For me it was a seven days a week job because I ran my classes on the Dalton system with individual assignments for every child and this involved a mountain of marking and preparation. As well as this I had the Church services and Choir practices so it is perhaps not surprising that when the long summer holidays came I just seized a rucksack and went off to the Continent with a maximum of anticipation and a minimum of money. My subsequent adventures provided a lot of teaching material on my return and I have reason to think that my wanderlust fired the imagination of more than one child. Young and improvident, I remember getting back to Guildford Station after one such expedition with just four pence in my pocket. I was contemplating a long trek home when along came Lord Midleton’s chauffeur. “Want a lift?” he asked, and I came back in grand style with my four pence intact!
I suppose I made up in vitality and enthusiasm for a lack of experience. I certainly hope so. Events like prize-givings, open days and school journeys are all so commonplace today. So also is the school uniform. But in 1927 most of these things had not yet come to Shackleford and I was able to introduce them, with the kind financial help of the people I have mentioned. No official grants in those days! We played hockey in the field opposite the school and football, cricket and rounders in Peper Harow Park. At country dancing we excelled, winning many competitions. One expedition we all looked forward to was the annual autumn fungus foray led by the Rev. W.A. Shaw. With his guidance we knew all the fungi and all the birds and animals of the locality. Speaking of animals there was a fine herd of deer at Peper Harow and each year Lord Midleton presented a buck for the Farnham Venison Dinner.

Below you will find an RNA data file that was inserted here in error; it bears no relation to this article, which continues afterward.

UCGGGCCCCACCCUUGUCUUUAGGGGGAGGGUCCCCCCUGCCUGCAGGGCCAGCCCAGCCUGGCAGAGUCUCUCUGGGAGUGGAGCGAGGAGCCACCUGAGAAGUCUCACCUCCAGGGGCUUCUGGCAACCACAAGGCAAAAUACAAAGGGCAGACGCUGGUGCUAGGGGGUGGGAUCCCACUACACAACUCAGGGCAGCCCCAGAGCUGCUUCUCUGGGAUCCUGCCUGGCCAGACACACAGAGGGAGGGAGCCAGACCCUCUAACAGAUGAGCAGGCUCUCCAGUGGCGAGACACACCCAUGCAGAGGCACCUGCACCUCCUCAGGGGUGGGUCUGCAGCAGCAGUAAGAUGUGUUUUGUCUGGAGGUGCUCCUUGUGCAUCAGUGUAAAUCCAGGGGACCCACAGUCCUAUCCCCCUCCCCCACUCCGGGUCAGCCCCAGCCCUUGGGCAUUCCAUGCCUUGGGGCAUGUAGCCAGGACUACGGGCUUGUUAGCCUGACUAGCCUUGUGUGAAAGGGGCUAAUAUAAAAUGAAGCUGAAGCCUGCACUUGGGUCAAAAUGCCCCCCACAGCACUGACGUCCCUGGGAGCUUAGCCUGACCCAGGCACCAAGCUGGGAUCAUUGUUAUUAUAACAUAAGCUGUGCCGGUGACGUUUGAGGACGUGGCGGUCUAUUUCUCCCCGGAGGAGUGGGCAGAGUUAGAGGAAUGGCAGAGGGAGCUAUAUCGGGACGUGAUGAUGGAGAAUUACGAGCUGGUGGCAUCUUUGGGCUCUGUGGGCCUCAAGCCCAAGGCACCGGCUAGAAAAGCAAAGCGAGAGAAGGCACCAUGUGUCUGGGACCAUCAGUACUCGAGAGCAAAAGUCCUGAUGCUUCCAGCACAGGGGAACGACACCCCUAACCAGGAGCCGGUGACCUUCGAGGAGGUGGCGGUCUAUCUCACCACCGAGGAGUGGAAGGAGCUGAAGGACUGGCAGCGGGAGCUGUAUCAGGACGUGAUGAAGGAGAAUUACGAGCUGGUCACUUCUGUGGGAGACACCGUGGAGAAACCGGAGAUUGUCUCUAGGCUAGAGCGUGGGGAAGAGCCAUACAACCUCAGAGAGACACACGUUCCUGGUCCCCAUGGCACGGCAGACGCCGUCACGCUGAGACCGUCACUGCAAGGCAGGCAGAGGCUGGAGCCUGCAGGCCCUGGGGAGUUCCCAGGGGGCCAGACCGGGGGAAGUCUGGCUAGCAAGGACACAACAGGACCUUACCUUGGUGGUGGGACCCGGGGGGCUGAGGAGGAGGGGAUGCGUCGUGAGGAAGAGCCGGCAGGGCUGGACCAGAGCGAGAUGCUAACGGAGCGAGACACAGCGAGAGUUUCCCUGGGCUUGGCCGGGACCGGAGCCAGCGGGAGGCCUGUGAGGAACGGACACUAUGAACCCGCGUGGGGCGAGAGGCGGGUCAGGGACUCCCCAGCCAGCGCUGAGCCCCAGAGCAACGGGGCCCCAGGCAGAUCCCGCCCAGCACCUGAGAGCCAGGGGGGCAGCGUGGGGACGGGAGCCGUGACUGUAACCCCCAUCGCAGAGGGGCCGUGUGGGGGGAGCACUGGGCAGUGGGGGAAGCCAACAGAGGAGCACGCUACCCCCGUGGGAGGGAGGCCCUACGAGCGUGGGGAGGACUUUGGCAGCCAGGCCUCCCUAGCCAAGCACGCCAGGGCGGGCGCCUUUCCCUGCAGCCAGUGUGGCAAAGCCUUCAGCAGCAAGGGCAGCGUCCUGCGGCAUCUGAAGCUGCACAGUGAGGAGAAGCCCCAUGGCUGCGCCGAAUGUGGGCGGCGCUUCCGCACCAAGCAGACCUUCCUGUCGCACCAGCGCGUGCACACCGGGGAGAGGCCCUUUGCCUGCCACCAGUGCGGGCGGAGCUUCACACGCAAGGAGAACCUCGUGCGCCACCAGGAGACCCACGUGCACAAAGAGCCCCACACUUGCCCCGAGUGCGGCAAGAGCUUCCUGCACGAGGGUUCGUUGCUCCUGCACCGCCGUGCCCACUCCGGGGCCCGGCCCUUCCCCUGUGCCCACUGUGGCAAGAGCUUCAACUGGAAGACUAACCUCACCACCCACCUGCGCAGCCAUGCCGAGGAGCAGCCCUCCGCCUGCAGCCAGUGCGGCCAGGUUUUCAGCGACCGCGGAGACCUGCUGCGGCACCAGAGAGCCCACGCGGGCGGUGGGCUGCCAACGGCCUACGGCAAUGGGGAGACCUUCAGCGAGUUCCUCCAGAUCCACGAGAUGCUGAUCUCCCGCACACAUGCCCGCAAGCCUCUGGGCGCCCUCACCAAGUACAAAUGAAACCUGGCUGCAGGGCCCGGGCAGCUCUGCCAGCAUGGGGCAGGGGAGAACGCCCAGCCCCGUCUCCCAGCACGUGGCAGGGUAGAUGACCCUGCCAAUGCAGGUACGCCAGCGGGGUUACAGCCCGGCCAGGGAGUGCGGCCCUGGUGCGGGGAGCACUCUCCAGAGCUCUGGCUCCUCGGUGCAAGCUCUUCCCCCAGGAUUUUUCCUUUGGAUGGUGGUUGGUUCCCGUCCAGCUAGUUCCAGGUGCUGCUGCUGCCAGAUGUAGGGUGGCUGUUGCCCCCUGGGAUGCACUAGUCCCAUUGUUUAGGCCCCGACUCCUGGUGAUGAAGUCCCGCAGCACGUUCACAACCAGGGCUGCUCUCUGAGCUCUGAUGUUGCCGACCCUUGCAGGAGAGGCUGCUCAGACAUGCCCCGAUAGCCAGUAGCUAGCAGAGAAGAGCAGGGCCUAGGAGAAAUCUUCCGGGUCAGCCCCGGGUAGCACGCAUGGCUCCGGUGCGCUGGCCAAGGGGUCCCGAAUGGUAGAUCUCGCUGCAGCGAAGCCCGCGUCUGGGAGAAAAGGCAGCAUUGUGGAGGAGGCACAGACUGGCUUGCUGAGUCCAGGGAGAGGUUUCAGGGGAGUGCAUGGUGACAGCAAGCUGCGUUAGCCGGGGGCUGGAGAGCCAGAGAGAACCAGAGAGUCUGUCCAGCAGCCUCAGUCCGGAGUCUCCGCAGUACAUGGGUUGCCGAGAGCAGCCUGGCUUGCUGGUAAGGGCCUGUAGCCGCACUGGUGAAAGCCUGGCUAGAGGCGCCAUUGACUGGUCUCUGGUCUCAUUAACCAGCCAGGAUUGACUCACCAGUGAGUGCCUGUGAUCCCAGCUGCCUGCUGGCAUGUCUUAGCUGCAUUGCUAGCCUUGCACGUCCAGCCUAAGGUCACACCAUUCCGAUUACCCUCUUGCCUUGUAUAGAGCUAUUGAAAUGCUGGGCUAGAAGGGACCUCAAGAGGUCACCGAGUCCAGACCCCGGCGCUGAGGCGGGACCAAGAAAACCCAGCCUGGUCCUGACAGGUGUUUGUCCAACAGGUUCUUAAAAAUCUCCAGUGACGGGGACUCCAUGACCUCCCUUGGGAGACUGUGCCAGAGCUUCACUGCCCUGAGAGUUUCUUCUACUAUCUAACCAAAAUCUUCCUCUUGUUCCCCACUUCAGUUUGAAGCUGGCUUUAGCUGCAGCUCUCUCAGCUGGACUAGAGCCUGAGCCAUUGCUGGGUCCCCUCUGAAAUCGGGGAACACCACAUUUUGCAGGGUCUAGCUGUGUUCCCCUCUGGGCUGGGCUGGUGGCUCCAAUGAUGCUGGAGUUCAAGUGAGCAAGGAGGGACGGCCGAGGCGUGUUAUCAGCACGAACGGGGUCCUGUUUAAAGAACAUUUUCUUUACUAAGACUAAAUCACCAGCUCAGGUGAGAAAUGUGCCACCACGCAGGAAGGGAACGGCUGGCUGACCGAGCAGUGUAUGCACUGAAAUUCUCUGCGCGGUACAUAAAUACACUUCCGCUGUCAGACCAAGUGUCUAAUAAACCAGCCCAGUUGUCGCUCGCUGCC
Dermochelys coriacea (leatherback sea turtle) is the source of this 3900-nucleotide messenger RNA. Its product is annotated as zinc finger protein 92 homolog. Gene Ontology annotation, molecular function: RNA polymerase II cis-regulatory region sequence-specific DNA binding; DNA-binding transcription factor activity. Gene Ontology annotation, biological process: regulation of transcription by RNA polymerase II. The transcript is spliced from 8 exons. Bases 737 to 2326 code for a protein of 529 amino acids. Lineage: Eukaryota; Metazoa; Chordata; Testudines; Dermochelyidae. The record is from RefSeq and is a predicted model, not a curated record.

At that time there were no houses in the woods on the other side of the lane by the school and I will confess now that when “browned off” by some particularly frustrating circumstances in the classroom I used to wander out into the most delightful sylvan glade right where the by-pass is now. The road down to Eashing ran between high banks on either side, and the school garden (for teaching) was high up in a field halfway to Eashing. C.H.Middleton, the broadcaster of the thirties often spent an afternoon “yarning” with me there in the intervals of “inspecting” the gardening.
By the untimely death of Edward Kinnaird and the passing of Alfred Vickes I am now the sole survivor of all those headmasters who have worked, wished and worried in the village school at Shackleford during a hundred years. It is indeed a privilege to have been among their number.